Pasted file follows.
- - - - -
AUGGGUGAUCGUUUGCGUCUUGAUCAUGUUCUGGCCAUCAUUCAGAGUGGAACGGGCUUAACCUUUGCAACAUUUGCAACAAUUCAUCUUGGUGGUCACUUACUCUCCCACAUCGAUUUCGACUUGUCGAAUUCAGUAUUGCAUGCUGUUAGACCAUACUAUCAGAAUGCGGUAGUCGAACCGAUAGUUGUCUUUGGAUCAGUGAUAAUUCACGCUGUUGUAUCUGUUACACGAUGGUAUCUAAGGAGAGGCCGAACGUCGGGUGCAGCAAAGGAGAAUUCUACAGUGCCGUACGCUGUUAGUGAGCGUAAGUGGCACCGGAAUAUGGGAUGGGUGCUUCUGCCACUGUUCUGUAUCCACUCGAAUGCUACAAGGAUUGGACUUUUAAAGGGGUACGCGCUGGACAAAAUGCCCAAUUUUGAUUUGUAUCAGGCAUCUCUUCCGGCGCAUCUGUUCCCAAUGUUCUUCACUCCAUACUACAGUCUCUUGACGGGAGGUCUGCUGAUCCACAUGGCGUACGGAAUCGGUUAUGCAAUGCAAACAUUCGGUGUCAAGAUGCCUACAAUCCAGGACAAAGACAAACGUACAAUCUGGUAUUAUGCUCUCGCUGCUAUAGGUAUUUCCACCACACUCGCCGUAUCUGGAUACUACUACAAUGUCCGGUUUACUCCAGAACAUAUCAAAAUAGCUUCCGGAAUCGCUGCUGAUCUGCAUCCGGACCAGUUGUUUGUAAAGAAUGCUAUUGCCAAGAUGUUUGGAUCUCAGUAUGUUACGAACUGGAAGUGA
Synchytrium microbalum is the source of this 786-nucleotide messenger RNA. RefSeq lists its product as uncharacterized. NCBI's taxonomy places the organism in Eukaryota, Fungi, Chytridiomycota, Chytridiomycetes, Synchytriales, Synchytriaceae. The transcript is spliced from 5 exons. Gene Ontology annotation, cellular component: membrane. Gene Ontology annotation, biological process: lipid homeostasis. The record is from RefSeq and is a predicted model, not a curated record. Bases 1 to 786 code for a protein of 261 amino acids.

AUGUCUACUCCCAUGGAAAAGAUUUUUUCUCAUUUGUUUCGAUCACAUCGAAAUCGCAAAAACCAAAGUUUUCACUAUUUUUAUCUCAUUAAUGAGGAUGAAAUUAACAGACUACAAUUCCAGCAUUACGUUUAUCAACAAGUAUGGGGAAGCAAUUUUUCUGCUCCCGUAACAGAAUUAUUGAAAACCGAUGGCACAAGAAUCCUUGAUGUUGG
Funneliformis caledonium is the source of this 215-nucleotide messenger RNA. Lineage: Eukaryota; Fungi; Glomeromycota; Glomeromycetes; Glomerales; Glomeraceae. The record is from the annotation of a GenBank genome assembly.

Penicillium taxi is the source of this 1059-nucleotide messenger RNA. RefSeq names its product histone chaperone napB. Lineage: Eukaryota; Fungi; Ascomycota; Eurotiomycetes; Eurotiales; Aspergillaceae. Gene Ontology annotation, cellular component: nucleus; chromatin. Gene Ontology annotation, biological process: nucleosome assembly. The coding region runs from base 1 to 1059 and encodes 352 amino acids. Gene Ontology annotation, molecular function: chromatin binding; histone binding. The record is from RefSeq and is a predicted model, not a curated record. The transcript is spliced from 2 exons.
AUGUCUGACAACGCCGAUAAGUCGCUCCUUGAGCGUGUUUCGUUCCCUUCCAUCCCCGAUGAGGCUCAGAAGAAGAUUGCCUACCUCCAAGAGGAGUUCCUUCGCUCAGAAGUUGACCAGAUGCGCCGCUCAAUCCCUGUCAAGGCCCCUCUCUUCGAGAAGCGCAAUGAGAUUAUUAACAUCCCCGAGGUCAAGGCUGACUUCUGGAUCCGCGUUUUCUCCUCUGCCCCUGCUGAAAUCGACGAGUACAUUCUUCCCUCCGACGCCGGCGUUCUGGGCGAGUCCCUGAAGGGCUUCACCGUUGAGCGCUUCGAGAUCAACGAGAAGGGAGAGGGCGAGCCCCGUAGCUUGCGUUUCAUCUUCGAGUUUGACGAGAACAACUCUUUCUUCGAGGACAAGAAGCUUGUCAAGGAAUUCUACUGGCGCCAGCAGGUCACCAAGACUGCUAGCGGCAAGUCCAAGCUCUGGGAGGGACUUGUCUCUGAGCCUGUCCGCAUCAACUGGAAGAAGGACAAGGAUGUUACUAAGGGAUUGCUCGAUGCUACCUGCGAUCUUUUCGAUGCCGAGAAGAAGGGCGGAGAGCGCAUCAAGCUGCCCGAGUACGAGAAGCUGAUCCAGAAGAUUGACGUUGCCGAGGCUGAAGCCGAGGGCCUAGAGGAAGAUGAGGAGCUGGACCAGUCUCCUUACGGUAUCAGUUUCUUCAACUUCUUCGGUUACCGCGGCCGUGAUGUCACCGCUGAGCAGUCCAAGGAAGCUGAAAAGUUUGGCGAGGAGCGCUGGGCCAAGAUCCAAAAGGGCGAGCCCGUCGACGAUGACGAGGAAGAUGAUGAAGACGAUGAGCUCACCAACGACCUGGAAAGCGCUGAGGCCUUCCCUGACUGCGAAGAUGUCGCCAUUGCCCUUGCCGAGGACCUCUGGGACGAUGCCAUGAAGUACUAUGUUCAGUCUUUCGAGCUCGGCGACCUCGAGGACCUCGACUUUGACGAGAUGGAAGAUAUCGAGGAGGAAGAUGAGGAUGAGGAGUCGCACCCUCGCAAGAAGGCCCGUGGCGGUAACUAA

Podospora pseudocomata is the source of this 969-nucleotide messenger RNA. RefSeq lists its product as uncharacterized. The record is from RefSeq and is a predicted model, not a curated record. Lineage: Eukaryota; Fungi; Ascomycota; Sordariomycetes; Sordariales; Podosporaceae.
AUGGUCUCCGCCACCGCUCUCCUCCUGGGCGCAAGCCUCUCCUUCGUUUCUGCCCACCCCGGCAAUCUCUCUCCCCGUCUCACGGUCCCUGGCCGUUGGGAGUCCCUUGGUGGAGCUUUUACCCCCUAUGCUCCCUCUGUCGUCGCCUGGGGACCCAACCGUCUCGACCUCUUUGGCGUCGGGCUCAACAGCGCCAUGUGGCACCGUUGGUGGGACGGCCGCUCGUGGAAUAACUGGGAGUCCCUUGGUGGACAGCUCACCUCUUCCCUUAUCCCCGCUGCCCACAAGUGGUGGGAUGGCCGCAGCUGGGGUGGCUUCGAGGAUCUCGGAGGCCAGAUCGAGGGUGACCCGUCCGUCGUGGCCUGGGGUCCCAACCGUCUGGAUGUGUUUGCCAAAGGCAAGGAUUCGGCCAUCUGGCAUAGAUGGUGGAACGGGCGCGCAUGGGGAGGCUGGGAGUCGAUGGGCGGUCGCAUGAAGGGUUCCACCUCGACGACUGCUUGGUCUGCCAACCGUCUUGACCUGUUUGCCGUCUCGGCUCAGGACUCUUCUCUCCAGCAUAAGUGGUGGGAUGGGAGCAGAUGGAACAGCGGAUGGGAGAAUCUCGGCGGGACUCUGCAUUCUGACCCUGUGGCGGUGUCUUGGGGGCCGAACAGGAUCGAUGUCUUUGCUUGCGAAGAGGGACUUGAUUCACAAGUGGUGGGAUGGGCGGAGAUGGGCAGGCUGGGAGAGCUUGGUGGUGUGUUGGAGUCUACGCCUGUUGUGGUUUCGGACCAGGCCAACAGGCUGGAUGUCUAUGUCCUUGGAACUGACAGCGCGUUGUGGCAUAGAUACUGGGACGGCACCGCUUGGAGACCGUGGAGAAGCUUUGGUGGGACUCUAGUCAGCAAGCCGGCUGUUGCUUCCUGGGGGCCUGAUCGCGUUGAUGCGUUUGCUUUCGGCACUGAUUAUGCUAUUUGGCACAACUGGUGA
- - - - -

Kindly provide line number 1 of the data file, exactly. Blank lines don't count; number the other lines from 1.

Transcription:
AUGGGUGAUCGUUUGCGUCUUGAUCAUGUUCUGGCCAUCAUUCAGAGUGGAACGGGCUUAACCUUUGCAACAUUUGCAACAAUUCAUCUUGGUGGUCACUUACUCUCCCACAUCGAUUUCGACUUGUCGAAUUCAGUAUUGCAUGCUGUUAGACCAUACUAUCAGAAUGCGGUAGUCGAACCGAUAGUUGUCUUUGGAUCAGUGAUAAUUCACGCUGUUGUAUCUGUUACACGAUGGUAUCUAAGGAGAGGCCGAACGUCGGGUGCAGCAAAGGAGAAUUCUACAGUGCCGUACGCUGUUAGUGAGCGUAAGUGGCACCGGAAUAUGGGAUGGGUGCUUCUGCCACUGUUCUGUAUCCACUCGAAUGCUACAAGGAUUGGACUUUUAAAGGGGUACGCGCUGGACAAAAUGCCCAAUUUUGAUUUGUAUCAGGCAUCUCUUCCGGCGCAUCUGUUCCCAAUGUUCUUCACUCCAUACUACAGUCUCUUGACGGGAGGUCUGCUGAUCCACAUGGCGUACGGAAUCGGUUAUGCAAUGCAAACAUUCGGUGUCAAGAUGCCUACAAUCCAGGACAAAGACAAACGUACAAUCUGGUAUUAUGCUCUCGCUGCUAUAGGUAUUUCCACCACACUCGCCGUAUCUGGAUACUACUACAAUGUCCGGUUUACUCCAGAACAUAUCAAAAUAGCUUCCGGAAUCGCUGCUGAUCUGCAUCCGGACCAGUUGUUUGUAAAGAAUGCUAUUGCCAAGAUGUUUGGAUCUCAGUAUGUUACGAACUGGAAGUGA